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In mathematics and geometry, a **discrete symmetry** is a symmetry that describes non-continuous changes in a system. For example, a square possesses discrete rotational symmetry, as only rotations by multiples of right angles will preserve the square's original appearance. Discrete symmetries sometimes involve some type of 'swapping', these swaps usually being called *reflections* or *interchanges*. In mathematics and theoretical physics, a **discrete symmetry** is a symmetry under the transformations of a discrete group—e.g. a topological group with a discrete topology whose elements form a finite or a countable set.

One of the most prominent discrete symmetries in physics is parity symmetry. It manifests itself in various elementary physical quantum systems, such as quantum harmonic oscillator, electron orbitals of Hydrogen-like atoms by forcing wavefunctions to be even or odd. This in turn gives rise to selection rules that determine which transition lines are visible in atomic absorption spectra.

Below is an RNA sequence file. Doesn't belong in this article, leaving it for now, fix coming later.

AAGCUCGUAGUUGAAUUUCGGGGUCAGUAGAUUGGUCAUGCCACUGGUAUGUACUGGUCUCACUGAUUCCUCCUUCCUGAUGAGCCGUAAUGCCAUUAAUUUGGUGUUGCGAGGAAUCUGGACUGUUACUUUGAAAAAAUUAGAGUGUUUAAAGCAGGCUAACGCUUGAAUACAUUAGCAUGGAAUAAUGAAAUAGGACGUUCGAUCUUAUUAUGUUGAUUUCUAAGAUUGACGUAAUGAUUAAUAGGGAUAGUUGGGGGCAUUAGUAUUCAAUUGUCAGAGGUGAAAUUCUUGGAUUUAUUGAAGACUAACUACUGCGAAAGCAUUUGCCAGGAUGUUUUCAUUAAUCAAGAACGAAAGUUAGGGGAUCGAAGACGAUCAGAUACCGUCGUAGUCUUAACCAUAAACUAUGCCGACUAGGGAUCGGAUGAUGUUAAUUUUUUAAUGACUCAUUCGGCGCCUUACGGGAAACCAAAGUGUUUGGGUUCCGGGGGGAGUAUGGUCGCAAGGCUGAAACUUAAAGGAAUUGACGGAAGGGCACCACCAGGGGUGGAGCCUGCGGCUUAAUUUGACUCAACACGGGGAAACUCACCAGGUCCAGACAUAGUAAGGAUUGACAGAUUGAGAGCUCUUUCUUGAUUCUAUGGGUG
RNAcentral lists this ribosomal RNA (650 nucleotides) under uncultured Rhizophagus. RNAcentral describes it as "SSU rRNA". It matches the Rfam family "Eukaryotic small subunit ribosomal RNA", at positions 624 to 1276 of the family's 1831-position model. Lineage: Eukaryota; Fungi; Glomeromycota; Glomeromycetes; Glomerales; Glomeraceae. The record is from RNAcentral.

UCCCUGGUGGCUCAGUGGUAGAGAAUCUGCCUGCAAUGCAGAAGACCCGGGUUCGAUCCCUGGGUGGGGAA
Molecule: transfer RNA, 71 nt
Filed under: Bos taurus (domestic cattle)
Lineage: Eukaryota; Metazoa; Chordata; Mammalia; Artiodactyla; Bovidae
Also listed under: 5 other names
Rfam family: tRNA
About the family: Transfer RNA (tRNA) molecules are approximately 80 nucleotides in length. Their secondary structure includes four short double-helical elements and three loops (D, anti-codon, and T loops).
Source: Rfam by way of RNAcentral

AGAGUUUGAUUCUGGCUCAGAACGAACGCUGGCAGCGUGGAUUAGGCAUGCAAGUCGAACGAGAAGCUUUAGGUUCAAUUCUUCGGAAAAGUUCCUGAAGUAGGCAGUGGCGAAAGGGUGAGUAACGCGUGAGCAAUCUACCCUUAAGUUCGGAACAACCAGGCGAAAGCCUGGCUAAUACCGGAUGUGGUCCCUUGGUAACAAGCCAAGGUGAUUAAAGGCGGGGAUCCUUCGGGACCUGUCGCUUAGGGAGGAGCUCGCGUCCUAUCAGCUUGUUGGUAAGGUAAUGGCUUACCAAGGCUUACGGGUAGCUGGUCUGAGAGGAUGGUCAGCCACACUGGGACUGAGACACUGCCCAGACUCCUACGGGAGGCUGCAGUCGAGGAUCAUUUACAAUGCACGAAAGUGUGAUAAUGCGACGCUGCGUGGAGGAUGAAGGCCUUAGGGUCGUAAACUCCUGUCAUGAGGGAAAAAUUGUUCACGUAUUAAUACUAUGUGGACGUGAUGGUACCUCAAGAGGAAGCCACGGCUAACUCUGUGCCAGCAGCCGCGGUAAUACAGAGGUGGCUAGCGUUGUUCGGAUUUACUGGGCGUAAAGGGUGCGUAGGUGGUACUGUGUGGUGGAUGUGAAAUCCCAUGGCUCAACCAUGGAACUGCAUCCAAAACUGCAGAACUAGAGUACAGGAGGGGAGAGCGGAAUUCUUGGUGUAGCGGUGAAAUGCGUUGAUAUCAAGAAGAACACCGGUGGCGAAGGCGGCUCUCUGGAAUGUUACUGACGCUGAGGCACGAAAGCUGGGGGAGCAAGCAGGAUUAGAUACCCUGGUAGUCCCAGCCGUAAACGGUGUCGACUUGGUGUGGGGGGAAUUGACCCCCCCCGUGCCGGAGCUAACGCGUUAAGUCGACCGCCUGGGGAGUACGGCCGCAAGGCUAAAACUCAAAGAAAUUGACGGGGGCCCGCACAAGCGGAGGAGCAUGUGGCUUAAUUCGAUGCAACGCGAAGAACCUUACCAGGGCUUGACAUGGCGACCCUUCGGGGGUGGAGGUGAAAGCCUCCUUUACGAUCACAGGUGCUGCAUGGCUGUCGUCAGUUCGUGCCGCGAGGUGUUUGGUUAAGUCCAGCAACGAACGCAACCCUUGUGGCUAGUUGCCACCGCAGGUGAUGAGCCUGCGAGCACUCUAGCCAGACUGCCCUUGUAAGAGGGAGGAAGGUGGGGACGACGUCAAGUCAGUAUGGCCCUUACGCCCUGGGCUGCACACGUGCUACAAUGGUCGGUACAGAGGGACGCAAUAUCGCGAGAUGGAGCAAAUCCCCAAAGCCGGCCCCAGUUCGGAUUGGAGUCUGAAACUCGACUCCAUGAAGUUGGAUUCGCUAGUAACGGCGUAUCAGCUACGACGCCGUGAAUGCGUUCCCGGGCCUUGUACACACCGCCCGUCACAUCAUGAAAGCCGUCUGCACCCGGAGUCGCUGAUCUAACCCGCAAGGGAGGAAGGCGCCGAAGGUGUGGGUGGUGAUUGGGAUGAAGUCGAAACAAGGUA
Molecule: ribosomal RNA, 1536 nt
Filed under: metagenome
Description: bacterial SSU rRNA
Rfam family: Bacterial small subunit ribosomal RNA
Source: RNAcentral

- Slavik V. Jablan,
*Symmetry, Ornament and Modularity*, Volume 30 of K & E Series on Knots and Everything, World Scientific, 2002. ISBN 9812380809